Frequently Asked Questions
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Why hire a professional money manager?

Empirical evidence* has demonstrated individual investors are not very well equipped, and certainly not effective, in managing their own investment portfolios. Working with a professional wealth manager is one the easiest methods of improving investor performance. This choice can remove the emotional attachment you have from your investments. Professional wealth managers have the time and experience to help institute an investment plan and stick to a specific strategy. Most importantly, a wealth manager can help talk you off the ledge during a poor performing period of the market, when the average investor would be selling his investments rather than investing additional funds. The key is to stay disciplined, as reacting can hurt performance.

Performance of the S&P 500 Index, 1970-2014**

*DALBAR, Inc. – Quantitative Analysis of Investor Behavior

**Performance data for 1/70-8/08 provided by Center for Research in Security Prices, University of Chicago. Performance 9/08-12/14 provided by Bloomberg.

Will your advisor put in writing that they are a TRUE fiduciary on ALL accounts you own?

Yes – Princeton Global believes and has since 2008 worked as a TRUE fiduciary for all of our clients.  We accept no commissions or fees from outside parties.  We provide unbiased investment guidance that is always in your best interest.

What is the total “all-in” fee you are paying on your investments?

Princeton Global charges simply a management fee on our portfolios. Clients have all of our services at hand included in this fee. We utilize individual stocks and bonds and where appropriate low-cost exchange traded funds creating a total “all-in” fee that keeps more money in your pocket.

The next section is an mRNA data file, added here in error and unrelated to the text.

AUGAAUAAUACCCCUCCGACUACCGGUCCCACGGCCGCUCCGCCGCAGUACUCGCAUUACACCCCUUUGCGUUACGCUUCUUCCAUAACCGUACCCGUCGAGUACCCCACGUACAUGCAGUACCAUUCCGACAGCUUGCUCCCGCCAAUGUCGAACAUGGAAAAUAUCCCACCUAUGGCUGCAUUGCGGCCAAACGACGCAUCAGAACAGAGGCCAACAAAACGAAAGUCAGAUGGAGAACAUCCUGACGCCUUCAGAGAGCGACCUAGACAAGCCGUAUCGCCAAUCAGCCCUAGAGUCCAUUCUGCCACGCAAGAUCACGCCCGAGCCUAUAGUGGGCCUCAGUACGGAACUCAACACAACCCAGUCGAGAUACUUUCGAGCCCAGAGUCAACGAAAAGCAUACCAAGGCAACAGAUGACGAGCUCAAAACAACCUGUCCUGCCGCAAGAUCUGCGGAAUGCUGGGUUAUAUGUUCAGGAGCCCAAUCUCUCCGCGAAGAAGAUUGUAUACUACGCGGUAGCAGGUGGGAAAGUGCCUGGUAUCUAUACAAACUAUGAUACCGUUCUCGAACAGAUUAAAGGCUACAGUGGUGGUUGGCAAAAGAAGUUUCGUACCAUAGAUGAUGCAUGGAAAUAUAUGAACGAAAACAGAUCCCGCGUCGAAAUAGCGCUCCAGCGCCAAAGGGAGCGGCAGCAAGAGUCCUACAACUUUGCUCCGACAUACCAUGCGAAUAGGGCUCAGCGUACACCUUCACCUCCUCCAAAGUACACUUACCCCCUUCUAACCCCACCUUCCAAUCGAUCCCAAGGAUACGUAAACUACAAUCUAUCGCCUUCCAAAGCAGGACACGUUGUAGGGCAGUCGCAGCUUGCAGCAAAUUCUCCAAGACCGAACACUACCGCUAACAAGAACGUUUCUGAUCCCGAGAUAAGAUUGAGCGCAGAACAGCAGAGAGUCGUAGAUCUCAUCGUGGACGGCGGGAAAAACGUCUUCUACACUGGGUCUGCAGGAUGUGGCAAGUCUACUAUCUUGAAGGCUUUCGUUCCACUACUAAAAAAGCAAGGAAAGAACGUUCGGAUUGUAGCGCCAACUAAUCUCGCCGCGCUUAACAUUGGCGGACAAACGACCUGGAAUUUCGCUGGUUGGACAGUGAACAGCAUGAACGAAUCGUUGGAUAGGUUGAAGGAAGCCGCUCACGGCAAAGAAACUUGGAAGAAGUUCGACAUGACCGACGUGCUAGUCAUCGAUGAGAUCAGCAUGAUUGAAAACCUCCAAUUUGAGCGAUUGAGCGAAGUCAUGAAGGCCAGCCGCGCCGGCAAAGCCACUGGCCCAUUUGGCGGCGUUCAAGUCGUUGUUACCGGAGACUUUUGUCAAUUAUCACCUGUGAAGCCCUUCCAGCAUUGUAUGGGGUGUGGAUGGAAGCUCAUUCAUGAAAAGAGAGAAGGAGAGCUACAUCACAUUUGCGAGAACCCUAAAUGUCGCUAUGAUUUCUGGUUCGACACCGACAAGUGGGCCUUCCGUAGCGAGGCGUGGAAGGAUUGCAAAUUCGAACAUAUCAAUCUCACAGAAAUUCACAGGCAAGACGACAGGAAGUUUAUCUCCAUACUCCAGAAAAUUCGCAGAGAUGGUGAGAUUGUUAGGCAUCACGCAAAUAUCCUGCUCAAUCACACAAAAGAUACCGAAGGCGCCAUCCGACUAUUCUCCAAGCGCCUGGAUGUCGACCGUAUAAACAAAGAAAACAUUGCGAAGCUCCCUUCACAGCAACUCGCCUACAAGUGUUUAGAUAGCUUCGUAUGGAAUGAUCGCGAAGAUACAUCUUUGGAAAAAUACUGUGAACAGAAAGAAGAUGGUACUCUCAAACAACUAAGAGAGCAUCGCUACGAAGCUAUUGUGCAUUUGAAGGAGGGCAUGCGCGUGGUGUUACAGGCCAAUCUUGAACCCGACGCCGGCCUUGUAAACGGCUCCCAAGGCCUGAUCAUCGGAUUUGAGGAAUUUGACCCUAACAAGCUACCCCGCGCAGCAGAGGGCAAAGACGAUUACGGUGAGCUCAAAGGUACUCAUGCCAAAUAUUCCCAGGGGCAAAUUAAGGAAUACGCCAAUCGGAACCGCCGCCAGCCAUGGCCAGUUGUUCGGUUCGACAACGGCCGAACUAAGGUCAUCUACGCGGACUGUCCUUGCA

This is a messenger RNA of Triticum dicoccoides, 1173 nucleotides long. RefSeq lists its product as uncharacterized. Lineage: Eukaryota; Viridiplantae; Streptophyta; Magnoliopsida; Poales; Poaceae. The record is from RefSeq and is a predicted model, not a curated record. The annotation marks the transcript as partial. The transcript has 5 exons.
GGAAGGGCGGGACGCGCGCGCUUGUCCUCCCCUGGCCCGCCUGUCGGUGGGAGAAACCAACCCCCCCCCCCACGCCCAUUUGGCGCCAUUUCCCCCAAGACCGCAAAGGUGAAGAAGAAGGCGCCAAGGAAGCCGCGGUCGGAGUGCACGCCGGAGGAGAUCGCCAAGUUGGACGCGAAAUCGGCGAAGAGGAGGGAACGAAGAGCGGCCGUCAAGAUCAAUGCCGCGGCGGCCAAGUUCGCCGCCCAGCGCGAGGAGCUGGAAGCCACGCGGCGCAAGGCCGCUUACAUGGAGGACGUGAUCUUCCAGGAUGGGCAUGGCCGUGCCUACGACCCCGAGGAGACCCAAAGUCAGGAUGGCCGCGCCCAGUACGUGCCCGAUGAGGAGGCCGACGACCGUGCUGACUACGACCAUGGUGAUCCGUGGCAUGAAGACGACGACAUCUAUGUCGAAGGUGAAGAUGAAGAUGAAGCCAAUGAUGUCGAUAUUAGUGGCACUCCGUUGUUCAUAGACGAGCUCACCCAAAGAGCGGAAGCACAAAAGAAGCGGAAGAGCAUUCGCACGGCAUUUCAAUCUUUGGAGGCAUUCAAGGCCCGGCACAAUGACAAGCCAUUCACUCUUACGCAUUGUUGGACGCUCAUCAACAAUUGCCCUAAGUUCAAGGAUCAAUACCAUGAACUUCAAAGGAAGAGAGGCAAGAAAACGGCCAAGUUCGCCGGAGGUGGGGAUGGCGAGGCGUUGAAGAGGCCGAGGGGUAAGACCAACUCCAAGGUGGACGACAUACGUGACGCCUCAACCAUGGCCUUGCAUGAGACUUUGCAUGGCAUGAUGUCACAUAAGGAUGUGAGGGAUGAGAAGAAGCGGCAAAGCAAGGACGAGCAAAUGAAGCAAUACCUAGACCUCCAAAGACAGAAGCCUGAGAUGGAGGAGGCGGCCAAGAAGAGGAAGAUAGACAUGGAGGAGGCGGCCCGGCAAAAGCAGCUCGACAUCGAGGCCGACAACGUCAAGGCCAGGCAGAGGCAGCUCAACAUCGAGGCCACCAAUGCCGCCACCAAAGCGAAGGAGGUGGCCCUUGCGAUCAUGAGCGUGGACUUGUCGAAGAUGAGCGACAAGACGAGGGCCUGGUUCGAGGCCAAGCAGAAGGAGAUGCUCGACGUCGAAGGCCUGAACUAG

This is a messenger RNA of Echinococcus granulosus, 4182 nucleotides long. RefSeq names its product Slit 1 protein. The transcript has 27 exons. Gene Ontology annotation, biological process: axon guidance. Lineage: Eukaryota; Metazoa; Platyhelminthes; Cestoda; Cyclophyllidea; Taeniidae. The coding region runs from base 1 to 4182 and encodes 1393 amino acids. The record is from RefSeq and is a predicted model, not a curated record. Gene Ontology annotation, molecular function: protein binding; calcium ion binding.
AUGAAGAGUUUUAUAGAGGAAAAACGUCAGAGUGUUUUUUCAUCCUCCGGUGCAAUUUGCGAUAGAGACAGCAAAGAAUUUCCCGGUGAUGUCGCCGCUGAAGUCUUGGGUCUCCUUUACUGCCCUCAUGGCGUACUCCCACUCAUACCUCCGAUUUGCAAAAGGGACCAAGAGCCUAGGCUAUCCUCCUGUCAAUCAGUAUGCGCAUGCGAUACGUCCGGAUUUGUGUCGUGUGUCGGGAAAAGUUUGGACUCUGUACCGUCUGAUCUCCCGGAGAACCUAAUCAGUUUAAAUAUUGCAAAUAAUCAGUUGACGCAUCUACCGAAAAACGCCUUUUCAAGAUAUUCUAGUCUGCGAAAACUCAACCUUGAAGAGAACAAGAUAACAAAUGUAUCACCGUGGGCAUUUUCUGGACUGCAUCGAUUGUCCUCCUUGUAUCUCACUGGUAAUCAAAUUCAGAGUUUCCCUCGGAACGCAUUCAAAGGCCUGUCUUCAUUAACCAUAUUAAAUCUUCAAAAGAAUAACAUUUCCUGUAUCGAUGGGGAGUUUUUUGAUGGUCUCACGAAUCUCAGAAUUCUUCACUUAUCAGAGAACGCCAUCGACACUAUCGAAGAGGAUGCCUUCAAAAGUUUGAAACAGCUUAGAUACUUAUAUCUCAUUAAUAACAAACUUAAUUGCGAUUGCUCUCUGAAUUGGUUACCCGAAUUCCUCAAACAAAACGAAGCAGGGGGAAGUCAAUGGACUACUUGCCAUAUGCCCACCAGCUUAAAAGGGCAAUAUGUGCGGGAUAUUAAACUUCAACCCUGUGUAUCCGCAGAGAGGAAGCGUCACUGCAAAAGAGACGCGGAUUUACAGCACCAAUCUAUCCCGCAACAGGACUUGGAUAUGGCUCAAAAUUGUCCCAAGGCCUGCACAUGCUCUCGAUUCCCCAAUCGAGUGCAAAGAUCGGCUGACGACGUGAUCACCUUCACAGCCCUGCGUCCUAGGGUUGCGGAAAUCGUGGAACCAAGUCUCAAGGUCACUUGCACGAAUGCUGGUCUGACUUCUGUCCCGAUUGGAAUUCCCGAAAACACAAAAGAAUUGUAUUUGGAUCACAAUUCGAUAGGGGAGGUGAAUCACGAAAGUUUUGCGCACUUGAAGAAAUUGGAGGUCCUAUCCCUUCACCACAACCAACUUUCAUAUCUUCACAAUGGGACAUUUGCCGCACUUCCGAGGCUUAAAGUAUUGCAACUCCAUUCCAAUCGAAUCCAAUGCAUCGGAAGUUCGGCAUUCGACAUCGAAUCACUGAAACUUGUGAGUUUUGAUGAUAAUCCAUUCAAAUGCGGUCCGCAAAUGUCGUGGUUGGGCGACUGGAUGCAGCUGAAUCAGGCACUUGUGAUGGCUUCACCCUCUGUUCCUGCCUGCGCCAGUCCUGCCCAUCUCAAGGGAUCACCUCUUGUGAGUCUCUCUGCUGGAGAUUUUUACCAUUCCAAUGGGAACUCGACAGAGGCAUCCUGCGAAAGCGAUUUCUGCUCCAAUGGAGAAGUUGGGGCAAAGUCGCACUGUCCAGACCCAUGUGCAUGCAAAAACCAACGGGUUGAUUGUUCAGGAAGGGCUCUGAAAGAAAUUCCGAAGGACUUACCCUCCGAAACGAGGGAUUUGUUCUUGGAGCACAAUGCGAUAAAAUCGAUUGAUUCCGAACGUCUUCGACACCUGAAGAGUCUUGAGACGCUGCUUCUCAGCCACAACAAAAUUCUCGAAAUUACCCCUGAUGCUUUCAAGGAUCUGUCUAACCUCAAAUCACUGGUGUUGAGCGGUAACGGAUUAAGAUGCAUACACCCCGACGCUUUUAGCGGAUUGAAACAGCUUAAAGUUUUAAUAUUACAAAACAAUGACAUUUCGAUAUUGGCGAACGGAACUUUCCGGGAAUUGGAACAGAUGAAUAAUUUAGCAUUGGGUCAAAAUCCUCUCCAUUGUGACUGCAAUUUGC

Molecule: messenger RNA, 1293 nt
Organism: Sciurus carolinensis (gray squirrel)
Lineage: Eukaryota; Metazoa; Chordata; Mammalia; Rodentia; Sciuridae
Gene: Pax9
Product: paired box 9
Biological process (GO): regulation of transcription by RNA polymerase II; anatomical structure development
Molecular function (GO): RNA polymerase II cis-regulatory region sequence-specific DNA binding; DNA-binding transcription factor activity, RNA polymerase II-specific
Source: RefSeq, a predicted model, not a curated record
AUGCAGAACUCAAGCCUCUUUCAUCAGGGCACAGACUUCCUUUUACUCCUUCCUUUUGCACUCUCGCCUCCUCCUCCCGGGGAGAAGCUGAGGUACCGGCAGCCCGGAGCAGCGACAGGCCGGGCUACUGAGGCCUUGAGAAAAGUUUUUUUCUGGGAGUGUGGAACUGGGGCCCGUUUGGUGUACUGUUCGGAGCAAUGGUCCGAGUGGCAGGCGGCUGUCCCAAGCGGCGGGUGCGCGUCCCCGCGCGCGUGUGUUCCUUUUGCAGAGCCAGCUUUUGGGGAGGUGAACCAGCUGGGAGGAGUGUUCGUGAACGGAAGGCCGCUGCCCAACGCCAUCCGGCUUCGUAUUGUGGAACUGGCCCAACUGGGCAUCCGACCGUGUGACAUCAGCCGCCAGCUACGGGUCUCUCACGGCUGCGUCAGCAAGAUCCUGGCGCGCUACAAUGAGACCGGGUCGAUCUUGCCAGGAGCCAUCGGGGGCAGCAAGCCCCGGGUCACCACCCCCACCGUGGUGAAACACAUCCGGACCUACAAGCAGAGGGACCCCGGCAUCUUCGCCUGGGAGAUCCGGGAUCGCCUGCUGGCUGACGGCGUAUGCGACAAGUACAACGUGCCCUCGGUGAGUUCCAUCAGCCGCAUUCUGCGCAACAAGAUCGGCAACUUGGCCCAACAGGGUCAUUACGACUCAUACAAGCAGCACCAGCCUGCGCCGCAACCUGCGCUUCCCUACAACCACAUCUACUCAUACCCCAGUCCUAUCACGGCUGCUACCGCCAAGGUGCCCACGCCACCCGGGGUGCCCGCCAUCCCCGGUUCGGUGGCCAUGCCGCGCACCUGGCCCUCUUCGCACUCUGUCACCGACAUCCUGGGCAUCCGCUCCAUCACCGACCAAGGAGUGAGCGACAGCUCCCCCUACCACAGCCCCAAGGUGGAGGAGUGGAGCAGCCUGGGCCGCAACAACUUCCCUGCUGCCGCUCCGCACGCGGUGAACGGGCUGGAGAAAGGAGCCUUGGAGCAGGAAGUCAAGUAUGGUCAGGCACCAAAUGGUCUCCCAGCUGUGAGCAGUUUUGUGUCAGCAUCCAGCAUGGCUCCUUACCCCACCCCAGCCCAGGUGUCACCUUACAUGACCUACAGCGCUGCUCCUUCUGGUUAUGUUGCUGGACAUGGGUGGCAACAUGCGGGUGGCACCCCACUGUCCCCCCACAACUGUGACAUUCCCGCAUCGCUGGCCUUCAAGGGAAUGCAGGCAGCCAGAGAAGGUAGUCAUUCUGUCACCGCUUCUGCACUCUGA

The investment team at Princeton Global is comprised of former analysts and portfolio managers of mutual funds at prestigious institutions. Direct from the source investing.

Are fees eroding long term portfolio gains?

If you are paying much more than 1% “all-in” on the portfolio, then most likely yes.  The fees you pay each year have a negative compounding effect on the total value of your portfolio.  There are charts on our website that show the average fee at many large institutions.

How does the “fiduciary standard” differ from “suitability?”

The fiduciary standard is different from the “suitability” standard that many banks and brokerage firms use.  When using suitability, an advisor can consider their interests ahead of yours.  The fiduciary standard is a legal requirement that your best interests are always placed first.

How does the new fiduciary law help me?

The new law went into partial effect June 9, 2017 with full rollout in early 2018. It is our opinion that this law is well intended but falls short in protecting consumers. The biggest concern is the law only applies to retirement accounts. This leaves you open to risk when dealing with an a traditional bank or brokerage firm — you could sit down with $5,000,000 cash from selling a business and a $25,000 IRA. That “broker” only has to act as a fiduciary on the relatively small IRA and is still allowed to follow the suitability standard on your cash.

The second hole, is the best interest contract exemption (BICE) form — this is a simple acknowledge that allows the advisor to sign off that they won’t be acting as a fiduciary. When you sign account contracts with an advisor there is a lot of fine print and this form leaves clients open to considerable risk.

Princeton Global Asset Management is a Registered Investment Advisor (RIA) and will always adhere to the fiduciary standard on all accounts.

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